Almost every nice Cessna aircraft I see has a new cut metal panel, to replace OEM the shock-mounted panel (on rubbers) with the plastic trim over it.
I asked a friend of mine who specialises in sheet metal, and he said 80hours of shop time to do a meticulous job, in removing all instruments in both sides. Prepare 2x new panels, texture paints them, change instrument locations etc. Certification… a bit easier on an N -reg.
Anyone else think 80 hours of shop time is too much or too little?
It’s one of those jobs that exist where you just can’t see the hours and think it’s too much.
If however you had to price it and commit to it suddenly it gets easier to see.
1. Time to plan, draw and C.A.D. get the panel into manufacture
2. Start to break down the panel and document anything and everything that can go wrong.
3. Start disconnection, marking up and documenting along the way. Wires, control cables, yokes yoke controls/switches. Air pipes
4.begin relocation processes.
5.Add new wires as stuff will change
Make up enough support for any new kit.
6 find out some stuff won’t fit where you thought……….
10. Hope stuff all fits into the cut-outs exactly as planned
11. Rewire pipe and plumb
12. Start fault finding
It’s basically a week for two guys.
If you do it and it’s nice, I may be interested.
In reality I’m way way too scared of the impending weeks of debugging.
What certification is involved? Is it structural analysis, or are there standard guidelines suggesting a particular panel thickness which takes care of it? I do recall seeing some panel thickness specs in the IMs for some avionics.
A few years ago I was involved in re-doing the RHS panel in the TB20. It can take a surprising amount of time to do a decent job. If all the instruments just “fall behind the panel” when their screws are removed (as would be the case for the round ones in your pic) then that part is quick since the wiring or plumbing doesn’t need to be disconnected, but the other stuff needs disconnecting, etc.
Relocating instruments to customer requirements is yet more work. Then drawings need producing.
However, someone who does this for a living can do it pretty fast, especially as the new panel CNC machining is subcontracted. So I think a quote based on 80hrs is allowing for some unexpected problems
I did something similar on a customer’s 182 earlier this year and I think 80 hours is a pretty good deal.
In the finest traditions of Blue Peter, here is one I did earlier.
What certification is involved for EASA-reg?
For the G500, Socata have for many years been selling an STC for the TB20 and this includes a complex structural analysis done on a computer Incidentally they used to charge €50k or so for installing this, including a GNS430W, and I don’t think many people went for that. Maybe that was a gold plated EASA 21 company job, maybe not?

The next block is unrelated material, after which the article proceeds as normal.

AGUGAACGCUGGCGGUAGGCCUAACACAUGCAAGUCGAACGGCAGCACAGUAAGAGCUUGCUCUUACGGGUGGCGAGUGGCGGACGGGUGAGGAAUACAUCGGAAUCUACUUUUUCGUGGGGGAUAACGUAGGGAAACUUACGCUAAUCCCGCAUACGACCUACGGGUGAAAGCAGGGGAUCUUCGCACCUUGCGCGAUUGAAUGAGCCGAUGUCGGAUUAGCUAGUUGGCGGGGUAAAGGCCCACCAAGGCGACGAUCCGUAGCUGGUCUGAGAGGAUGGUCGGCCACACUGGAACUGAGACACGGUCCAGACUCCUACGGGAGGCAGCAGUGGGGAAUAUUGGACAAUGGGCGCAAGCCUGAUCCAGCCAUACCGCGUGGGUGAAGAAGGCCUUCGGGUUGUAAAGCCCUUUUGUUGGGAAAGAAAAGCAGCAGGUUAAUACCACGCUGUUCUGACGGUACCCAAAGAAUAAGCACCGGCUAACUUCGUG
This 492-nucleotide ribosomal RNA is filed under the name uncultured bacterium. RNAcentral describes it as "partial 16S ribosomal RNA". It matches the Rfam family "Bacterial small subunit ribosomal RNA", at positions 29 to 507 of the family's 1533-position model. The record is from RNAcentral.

For N-reg, AIUI, you do this IAW the standard repairs manual AC43-13-2B. Some UK shops have gone for a DER 8110 structural design package, but there seems to be no reason for that. I was once quoted 2k just for that, for mounting a TAS605 box in the luggage compartment.
For N-reg, AIUI, you do this IAW the standard repairs manual AC43-13-2B.
That would be all I’d intend to do if I go ahead with this job.
If you’re replacing the left floating panel on a 182 then it’s a straightforward FAA Minor Alteration in accordance with Fig 3-2 of AC43-210A. I went to Cessna to get confirmation on which panels are primary or secondary structure and they were helpful in this regard.
However, the sub-panels and right panel are classed as primary structure, so replacing these needs approved data and a Major Alteration. The way around that was to leave the original structure in place and fabricate new overlays to replace the deleted plastic parts.
Note that when fabricating new parts, you also need to satisfy AC43-18 in determining the criticality level as some parts may require approved data for production.
The certification basis is an EASA STC with minor changes.
Most of the stress analysis is by inspection as the whole panel is lighter than the original and uses the same mountings to the aircraft structure, we also used aircraft quality alloy that was slightly thicker than the original metric monkey metal panel to give a little more margin as we have in the past seen OEM panels crack.
The lower panel ( not shown ) has also been fabricated from aircraft alloy ( 2024 ) that is slightly thicker than original but as this is now the aft support for avionic racks it has been subject to a full stress analysis.
The LED lighting, ELT & traffic system are all covered by CS-STAN , the fuel flow is covered by a historic CAA minor modification. All the technical data for the mechanical and electrical installation IAW AC43 and or manufactures data.
The whole thing would not be possible without a team who are dedicated to common sense engineering and use the rules in a sensible way to progress the job rather than using the rules to find some way of making the job more difficult.
In short it’s not rocket science and should not be made so.